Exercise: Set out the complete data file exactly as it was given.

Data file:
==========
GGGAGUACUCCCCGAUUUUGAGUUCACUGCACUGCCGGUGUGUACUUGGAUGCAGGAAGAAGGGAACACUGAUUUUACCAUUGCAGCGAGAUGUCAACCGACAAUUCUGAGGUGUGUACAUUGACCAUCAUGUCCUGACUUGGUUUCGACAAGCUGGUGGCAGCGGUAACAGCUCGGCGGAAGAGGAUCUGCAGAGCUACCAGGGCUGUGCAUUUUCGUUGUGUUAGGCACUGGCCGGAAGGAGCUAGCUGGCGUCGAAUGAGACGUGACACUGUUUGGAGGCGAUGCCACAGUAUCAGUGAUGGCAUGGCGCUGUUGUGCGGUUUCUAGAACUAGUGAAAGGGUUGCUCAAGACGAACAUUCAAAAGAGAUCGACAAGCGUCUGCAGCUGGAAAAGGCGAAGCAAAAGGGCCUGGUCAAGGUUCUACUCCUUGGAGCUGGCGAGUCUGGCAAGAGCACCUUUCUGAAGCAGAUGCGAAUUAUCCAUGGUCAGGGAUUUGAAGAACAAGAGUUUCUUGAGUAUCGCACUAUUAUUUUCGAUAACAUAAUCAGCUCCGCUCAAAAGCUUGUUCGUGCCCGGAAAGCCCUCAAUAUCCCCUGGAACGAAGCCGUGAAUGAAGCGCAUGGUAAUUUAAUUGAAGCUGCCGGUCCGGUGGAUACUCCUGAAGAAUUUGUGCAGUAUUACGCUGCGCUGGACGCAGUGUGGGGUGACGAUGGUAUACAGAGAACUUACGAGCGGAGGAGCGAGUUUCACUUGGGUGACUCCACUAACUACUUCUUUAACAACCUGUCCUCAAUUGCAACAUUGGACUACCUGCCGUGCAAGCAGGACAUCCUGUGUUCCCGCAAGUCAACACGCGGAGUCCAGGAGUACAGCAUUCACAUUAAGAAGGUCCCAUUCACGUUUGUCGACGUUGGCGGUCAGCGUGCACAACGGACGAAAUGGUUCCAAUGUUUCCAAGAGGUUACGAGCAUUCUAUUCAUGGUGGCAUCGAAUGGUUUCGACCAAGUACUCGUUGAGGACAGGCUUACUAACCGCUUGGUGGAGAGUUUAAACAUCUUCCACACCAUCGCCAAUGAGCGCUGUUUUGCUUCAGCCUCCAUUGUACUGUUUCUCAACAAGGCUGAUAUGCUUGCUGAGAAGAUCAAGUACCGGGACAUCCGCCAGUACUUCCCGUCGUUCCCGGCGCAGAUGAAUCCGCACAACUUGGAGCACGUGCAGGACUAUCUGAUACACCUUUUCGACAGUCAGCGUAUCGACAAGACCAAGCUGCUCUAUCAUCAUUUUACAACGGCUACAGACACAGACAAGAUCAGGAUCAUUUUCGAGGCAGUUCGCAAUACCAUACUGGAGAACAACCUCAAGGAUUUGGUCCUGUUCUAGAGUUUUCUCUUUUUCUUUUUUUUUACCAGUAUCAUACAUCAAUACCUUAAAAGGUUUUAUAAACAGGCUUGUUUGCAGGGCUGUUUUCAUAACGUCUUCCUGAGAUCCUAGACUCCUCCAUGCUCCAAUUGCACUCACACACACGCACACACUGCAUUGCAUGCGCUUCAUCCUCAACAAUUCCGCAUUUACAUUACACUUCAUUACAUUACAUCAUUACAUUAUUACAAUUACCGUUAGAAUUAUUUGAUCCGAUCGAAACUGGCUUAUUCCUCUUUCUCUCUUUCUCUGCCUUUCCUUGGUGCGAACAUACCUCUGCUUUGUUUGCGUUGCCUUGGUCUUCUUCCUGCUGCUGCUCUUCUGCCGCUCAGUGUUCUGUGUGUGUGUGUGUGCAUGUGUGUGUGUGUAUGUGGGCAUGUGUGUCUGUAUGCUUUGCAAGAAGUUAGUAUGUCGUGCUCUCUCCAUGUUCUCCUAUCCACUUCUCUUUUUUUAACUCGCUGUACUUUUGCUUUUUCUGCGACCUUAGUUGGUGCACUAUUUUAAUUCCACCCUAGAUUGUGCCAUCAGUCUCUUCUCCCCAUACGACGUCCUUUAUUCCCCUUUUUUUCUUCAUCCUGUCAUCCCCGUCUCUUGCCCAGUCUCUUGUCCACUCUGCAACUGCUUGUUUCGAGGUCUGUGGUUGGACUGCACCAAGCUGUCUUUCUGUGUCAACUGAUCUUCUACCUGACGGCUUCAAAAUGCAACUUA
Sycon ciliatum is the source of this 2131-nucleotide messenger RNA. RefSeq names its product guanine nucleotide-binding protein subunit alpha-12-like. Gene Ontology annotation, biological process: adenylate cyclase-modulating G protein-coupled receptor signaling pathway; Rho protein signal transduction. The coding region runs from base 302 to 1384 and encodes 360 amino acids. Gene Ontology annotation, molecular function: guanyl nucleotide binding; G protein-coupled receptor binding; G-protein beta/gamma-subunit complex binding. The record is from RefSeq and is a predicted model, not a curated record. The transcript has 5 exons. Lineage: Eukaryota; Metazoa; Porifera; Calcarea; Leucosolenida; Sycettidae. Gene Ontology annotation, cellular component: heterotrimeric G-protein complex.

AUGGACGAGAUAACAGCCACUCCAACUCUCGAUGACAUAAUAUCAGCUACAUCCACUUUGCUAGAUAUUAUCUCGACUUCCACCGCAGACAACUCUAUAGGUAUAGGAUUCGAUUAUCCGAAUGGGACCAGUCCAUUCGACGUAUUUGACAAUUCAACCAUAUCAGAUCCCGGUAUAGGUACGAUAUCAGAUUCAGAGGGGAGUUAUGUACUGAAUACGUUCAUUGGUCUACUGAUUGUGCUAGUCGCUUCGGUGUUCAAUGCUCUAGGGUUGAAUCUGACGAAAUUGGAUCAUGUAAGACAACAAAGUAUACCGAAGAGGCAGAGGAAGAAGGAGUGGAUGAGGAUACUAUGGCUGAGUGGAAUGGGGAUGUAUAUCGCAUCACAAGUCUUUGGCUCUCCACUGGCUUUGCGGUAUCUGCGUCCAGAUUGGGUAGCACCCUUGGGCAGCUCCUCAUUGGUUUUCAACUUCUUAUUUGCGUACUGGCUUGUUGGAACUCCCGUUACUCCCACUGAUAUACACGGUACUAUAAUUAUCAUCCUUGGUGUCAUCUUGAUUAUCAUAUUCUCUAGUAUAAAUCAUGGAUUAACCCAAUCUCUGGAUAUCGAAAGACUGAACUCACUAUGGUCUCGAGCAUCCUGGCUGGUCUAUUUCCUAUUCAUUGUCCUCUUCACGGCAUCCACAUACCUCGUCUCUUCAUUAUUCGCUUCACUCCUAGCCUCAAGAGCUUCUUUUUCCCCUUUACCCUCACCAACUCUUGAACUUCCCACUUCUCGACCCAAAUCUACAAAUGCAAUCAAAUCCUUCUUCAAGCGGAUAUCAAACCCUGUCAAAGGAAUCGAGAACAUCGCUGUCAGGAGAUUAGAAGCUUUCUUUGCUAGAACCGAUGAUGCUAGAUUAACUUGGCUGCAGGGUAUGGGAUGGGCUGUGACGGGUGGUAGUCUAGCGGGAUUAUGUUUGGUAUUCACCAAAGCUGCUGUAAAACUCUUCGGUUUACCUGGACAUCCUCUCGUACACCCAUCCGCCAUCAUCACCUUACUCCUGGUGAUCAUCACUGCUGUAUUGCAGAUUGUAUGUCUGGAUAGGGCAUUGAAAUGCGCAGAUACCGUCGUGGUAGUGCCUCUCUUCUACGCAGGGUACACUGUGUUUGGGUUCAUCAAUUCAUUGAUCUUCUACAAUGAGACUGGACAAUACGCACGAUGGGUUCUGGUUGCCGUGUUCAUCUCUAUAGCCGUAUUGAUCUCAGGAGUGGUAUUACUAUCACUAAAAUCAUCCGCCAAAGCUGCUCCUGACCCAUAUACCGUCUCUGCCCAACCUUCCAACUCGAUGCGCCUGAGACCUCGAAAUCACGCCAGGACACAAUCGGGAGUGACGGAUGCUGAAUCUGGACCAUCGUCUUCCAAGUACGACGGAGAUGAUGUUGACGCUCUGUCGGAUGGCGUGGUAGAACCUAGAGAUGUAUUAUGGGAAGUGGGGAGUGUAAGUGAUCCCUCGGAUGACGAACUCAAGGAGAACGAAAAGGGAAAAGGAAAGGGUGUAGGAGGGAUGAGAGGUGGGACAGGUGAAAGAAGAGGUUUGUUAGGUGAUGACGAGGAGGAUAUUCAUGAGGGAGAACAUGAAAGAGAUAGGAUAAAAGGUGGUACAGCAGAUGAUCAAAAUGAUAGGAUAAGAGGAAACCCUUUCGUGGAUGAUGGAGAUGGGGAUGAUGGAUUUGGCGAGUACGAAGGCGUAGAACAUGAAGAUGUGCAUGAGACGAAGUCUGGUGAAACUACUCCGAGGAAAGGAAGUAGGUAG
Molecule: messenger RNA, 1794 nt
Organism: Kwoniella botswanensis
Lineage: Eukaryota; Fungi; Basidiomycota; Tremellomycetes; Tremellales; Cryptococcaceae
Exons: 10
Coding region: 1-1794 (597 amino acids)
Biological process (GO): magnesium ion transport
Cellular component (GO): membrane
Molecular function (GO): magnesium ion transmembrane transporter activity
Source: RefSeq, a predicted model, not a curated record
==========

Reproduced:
GGGAGUACUCCCCGAUUUUGAGUUCACUGCACUGCCGGUGUGUACUUGGAUGCAGGAAGAAGGGAACACUGAUUUUACCAUUGCAGCGAGAUGUCAACCGACAAUUCUGAGGUGUGUACAUUGACCAUCAUGUCCUGACUUGGUUUCGACAAGCUGGUGGCAGCGGUAACAGCUCGGCGGAAGAGGAUCUGCAGAGCUACCAGGGCUGUGCAUUUUCGUUGUGUUAGGCACUGGCCGGAAGGAGCUAGCUGGCGUCGAAUGAGACGUGACACUGUUUGGAGGCGAUGCCACAGUAUCAGUGAUGGCAUGGCGCUGUUGUGCGGUUUCUAGAACUAGUGAAAGGGUUGCUCAAGACGAACAUUCAAAAGAGAUCGACAAGCGUCUGCAGCUGGAAAAGGCGAAGCAAAAGGGCCUGGUCAAGGUUCUACUCCUUGGAGCUGGCGAGUCUGGCAAGAGCACCUUUCUGAAGCAGAUGCGAAUUAUCCAUGGUCAGGGAUUUGAAGAACAAGAGUUUCUUGAGUAUCGCACUAUUAUUUUCGAUAACAUAAUCAGCUCCGCUCAAAAGCUUGUUCGUGCCCGGAAAGCCCUCAAUAUCCCCUGGAACGAAGCCGUGAAUGAAGCGCAUGGUAAUUUAAUUGAAGCUGCCGGUCCGGUGGAUACUCCUGAAGAAUUUGUGCAGUAUUACGCUGCGCUGGACGCAGUGUGGGGUGACGAUGGUAUACAGAGAACUUACGAGCGGAGGAGCGAGUUUCACUUGGGUGACUCCACUAACUACUUCUUUAACAACCUGUCCUCAAUUGCAACAUUGGACUACCUGCCGUGCAAGCAGGACAUCCUGUGUUCCCGCAAGUCAACACGCGGAGUCCAGGAGUACAGCAUUCACAUUAAGAAGGUCCCAUUCACGUUUGUCGACGUUGGCGGUCAGCGUGCACAACGGACGAAAUGGUUCCAAUGUUUCCAAGAGGUUACGAGCAUUCUAUUCAUGGUGGCAUCGAAUGGUUUCGACCAAGUACUCGUUGAGGACAGGCUUACUAACCGCUUGGUGGAGAGUUUAAACAUCUUCCACACCAUCGCCAAUGAGCGCUGUUUUGCUUCAGCCUCCAUUGUACUGUUUCUCAACAAGGCUGAUAUGCUUGCUGAGAAGAUCAAGUACCGGGACAUCCGCCAGUACUUCCCGUCGUUCCCGGCGCAGAUGAAUCCGCACAACUUGGAGCACGUGCAGGACUAUCUGAUACACCUUUUCGACAGUCAGCGUAUCGACAAGACCAAGCUGCUCUAUCAUCAUUUUACAACGGCUACAGACACAGACAAGAUCAGGAUCAUUUUCGAGGCAGUUCGCAAUACCAUACUGGAGAACAACCUCAAGGAUUUGGUCCUGUUCUAGAGUUUUCUCUUUUUCUUUUUUUUUACCAGUAUCAUACAUCAAUACCUUAAAAGGUUUUAUAAACAGGCUUGUUUGCAGGGCUGUUUUCAUAACGUCUUCCUGAGAUCCUAGACUCCUCCAUGCUCCAAUUGCACUCACACACACGCACACACUGCAUUGCAUGCGCUUCAUCCUCAACAAUUCCGCAUUUACAUUACACUUCAUUACAUUACAUCAUUACAUUAUUACAAUUACCGUUAGAAUUAUUUGAUCCGAUCGAAACUGGCUUAUUCCUCUUUCUCUCUUUCUCUGCCUUUCCUUGGUGCGAACAUACCUCUGCUUUGUUUGCGUUGCCUUGGUCUUCUUCCUGCUGCUGCUCUUCUGCCGCUCAGUGUUCUGUGUGUGUGUGUGUGCAUGUGUGUGUGUGUAUGUGGGCAUGUGUGUCUGUAUGCUUUGCAAGAAGUUAGUAUGUCGUGCUCUCUCCAUGUUCUCCUAUCCACUUCUCUUUUUUUAACUCGCUGUACUUUUGCUUUUUCUGCGACCUUAGUUGGUGCACUAUUUUAAUUCCACCCUAGAUUGUGCCAUCAGUCUCUUCUCCCCAUACGACGUCCUUUAUUCCCCUUUUUUUCUUCAUCCUGUCAUCCCCGUCUCUUGCCCAGUCUCUUGUCCACUCUGCAACUGCUUGUUUCGAGGUCUGUGGUUGGACUGCACCAAGCUGUCUUUCUGUGUCAACUGAUCUUCUACCUGACGGCUUCAAAAUGCAACUUA
Sycon ciliatum is the source of this 2131-nucleotide messenger RNA. RefSeq names its product guanine nucleotide-binding protein subunit alpha-12-like. Gene Ontology annotation, biological process: adenylate cyclase-modulating G protein-coupled receptor signaling pathway; Rho protein signal transduction. The coding region runs from base 302 to 1384 and encodes 360 amino acids. Gene Ontology annotation, molecular function: guanyl nucleotide binding; G protein-coupled receptor binding; G-protein beta/gamma-subunit complex binding. The record is from RefSeq and is a predicted model, not a curated record. The transcript has 5 exons. Lineage: Eukaryota; Metazoa; Porifera; Calcarea; Leucosolenida; Sycettidae. Gene Ontology annotation, cellular component: heterotrimeric G-protein complex.

AUGGACGAGAUAACAGCCACUCCAACUCUCGAUGACAUAAUAUCAGCUACAUCCACUUUGCUAGAUAUUAUCUCGACUUCCACCGCAGACAACUCUAUAGGUAUAGGAUUCGAUUAUCCGAAUGGGACCAGUCCAUUCGACGUAUUUGACAAUUCAACCAUAUCAGAUCCCGGUAUAGGUACGAUAUCAGAUUCAGAGGGGAGUUAUGUACUGAAUACGUUCAUUGGUCUACUGAUUGUGCUAGUCGCUUCGGUGUUCAAUGCUCUAGGGUUGAAUCUGACGAAAUUGGAUCAUGUAAGACAACAAAGUAUACCGAAGAGGCAGAGGAAGAAGGAGUGGAUGAGGAUACUAUGGCUGAGUGGAAUGGGGAUGUAUAUCGCAUCACAAGUCUUUGGCUCUCCACUGGCUUUGCGGUAUCUGCGUCCAGAUUGGGUAGCACCCUUGGGCAGCUCCUCAUUGGUUUUCAACUUCUUAUUUGCGUACUGGCUUGUUGGAACUCCCGUUACUCCCACUGAUAUACACGGUACUAUAAUUAUCAUCCUUGGUGUCAUCUUGAUUAUCAUAUUCUCUAGUAUAAAUCAUGGAUUAACCCAAUCUCUGGAUAUCGAAAGACUGAACUCACUAUGGUCUCGAGCAUCCUGGCUGGUCUAUUUCCUAUUCAUUGUCCUCUUCACGGCAUCCACAUACCUCGUCUCUUCAUUAUUCGCUUCACUCCUAGCCUCAAGAGCUUCUUUUUCCCCUUUACCCUCACCAACUCUUGAACUUCCCACUUCUCGACCCAAAUCUACAAAUGCAAUCAAAUCCUUCUUCAAGCGGAUAUCAAACCCUGUCAAAGGAAUCGAGAACAUCGCUGUCAGGAGAUUAGAAGCUUUCUUUGCUAGAACCGAUGAUGCUAGAUUAACUUGGCUGCAGGGUAUGGGAUGGGCUGUGACGGGUGGUAGUCUAGCGGGAUUAUGUUUGGUAUUCACCAAAGCUGCUGUAAAACUCUUCGGUUUACCUGGACAUCCUCUCGUACACCCAUCCGCCAUCAUCACCUUACUCCUGGUGAUCAUCACUGCUGUAUUGCAGAUUGUAUGUCUGGAUAGGGCAUUGAAAUGCGCAGAUACCGUCGUGGUAGUGCCUCUCUUCUACGCAGGGUACACUGUGUUUGGGUUCAUCAAUUCAUUGAUCUUCUACAAUGAGACUGGACAAUACGCACGAUGGGUUCUGGUUGCCGUGUUCAUCUCUAUAGCCGUAUUGAUCUCAGGAGUGGUAUUACUAUCACUAAAAUCAUCCGCCAAAGCUGCUCCUGACCCAUAUACCGUCUCUGCCCAACCUUCCAACUCGAUGCGCCUGAGACCUCGAAAUCACGCCAGGACACAAUCGGGAGUGACGGAUGCUGAAUCUGGACCAUCGUCUUCCAAGUACGACGGAGAUGAUGUUGACGCUCUGUCGGAUGGCGUGGUAGAACCUAGAGAUGUAUUAUGGGAAGUGGGGAGUGUAAGUGAUCCCUCGGAUGACGAACUCAAGGAGAACGAAAAGGGAAAAGGAAAGGGUGUAGGAGGGAUGAGAGGUGGGACAGGUGAAAGAAGAGGUUUGUUAGGUGAUGACGAGGAGGAUAUUCAUGAGGGAGAACAUGAAAGAGAUAGGAUAAAAGGUGGUACAGCAGAUGAUCAAAAUGAUAGGAUAAGAGGAAACCCUUUCGUGGAUGAUGGAGAUGGGGAUGAUGGAUUUGGCGAGUACGAAGGCGUAGAACAUGAAGAUGUGCAUGAGACGAAGUCUGGUGAAACUACUCCGAGGAAAGGAAGUAGGUAG
Molecule: messenger RNA, 1794 nt
Organism: Kwoniella botswanensis
Lineage: Eukaryota; Fungi; Basidiomycota; Tremellomycetes; Tremellales; Cryptococcaceae
Exons: 10
Coding region: 1-1794 (597 amino acids)
Biological process (GO): magnesium ion transport
Cellular component (GO): membrane
Molecular function (GO): magnesium ion transmembrane transporter activity
Source: RefSeq, a predicted model, not a curated record